Evidence of shivering fatigue: verification of a prediction model


  1. Tikuisis, P.
  2. Eyolfson, D.A.
  3. Xu, X.
  4. Giesbrecht, G.G.
Corporate Authors
Defence and Civil Inst of Environmental Medicine, Downsview ONT (CAN)
Search and Rescue authorities in Canada use a prediction model of survival time for cold exposure developed at DCIEM. This model predicts body cooling rates based on anthropometric, environmental, and clothing protection inputs. In circumstances where the cold stress overwhelms the individual's capacity to generate sufficient metabolic heat to offset heat loss, survival time essentially depends on how quickly the body cools to the point of lethal hypothermia (assumed to be a core temperature of 28C). Often, the cold stress is less severe and the body attains a stable core temperature, usually at a value less than normal. In this circumstance, survival time depends on how long shivering metabolism can be maintained to offset the steady state rate of heat loss. The survival model uses a prediction of shivering endurance developed by Wissler, yet this prediction has not been verified. The present study was undertaken to determine the onset of decline in steady state shivering during continuous exposure to cold and to test the shivering endurance prediction. The first phase of the study determined maximum shivering intensities and the second phase addressed shivering endurance.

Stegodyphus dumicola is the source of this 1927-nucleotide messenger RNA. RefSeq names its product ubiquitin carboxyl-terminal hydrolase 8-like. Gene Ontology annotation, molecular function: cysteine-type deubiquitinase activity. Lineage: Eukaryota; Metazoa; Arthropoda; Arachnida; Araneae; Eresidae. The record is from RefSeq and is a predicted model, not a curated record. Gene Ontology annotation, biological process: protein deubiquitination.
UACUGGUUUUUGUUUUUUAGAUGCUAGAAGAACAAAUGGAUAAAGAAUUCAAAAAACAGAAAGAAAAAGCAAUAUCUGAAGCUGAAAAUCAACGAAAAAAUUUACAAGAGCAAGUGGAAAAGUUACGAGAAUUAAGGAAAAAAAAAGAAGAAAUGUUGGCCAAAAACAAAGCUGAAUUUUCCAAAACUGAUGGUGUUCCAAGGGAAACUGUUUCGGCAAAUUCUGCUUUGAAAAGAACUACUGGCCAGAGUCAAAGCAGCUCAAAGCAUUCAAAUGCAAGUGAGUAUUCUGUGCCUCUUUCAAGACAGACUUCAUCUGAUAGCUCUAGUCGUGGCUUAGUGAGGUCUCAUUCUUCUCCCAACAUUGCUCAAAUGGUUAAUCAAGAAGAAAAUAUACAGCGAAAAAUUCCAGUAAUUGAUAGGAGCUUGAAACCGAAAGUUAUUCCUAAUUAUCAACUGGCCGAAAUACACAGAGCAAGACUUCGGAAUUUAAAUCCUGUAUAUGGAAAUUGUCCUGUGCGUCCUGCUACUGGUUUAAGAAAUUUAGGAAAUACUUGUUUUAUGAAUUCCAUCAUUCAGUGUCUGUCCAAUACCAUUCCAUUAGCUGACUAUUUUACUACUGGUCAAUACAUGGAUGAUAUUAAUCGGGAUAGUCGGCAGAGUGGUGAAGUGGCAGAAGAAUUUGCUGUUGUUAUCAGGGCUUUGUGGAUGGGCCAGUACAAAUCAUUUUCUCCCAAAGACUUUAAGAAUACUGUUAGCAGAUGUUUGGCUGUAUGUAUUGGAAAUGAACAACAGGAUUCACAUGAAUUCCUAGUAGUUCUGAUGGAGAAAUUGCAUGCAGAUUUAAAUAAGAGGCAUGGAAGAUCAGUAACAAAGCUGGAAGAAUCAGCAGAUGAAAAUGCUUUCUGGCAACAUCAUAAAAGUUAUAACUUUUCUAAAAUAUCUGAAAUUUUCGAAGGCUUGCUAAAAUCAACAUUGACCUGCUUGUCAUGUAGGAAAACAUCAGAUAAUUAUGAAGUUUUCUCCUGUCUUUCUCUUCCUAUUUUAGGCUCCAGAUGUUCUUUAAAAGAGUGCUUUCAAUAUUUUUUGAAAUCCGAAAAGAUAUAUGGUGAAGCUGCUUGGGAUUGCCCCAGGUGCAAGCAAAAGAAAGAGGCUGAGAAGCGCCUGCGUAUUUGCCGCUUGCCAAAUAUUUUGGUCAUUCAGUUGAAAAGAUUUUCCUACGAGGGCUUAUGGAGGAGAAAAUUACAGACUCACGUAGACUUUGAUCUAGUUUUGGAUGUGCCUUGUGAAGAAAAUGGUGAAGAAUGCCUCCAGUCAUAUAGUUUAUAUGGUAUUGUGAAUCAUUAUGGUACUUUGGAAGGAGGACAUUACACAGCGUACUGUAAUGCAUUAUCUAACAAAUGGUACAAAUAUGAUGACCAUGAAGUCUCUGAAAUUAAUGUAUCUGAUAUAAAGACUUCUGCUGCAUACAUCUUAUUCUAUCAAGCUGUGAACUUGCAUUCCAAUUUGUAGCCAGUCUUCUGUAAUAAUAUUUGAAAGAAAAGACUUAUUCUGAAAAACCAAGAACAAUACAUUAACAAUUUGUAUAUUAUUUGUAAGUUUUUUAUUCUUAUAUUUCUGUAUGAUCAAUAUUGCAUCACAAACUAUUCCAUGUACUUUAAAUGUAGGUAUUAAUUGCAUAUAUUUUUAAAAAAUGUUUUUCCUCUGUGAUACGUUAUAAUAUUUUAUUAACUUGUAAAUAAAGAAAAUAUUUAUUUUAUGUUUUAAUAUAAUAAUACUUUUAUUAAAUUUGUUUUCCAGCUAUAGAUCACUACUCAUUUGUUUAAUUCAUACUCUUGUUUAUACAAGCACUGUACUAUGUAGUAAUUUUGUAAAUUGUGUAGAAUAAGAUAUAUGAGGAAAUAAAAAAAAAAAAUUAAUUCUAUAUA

Thermoregulation;Body cooling rates;Survival model
Report Number
DCIEM-SL-1999-129 — Paper
Date of publication
15 Mar 2001
Number of Pages
Hardcopy;Document Image stored on Optical Disk

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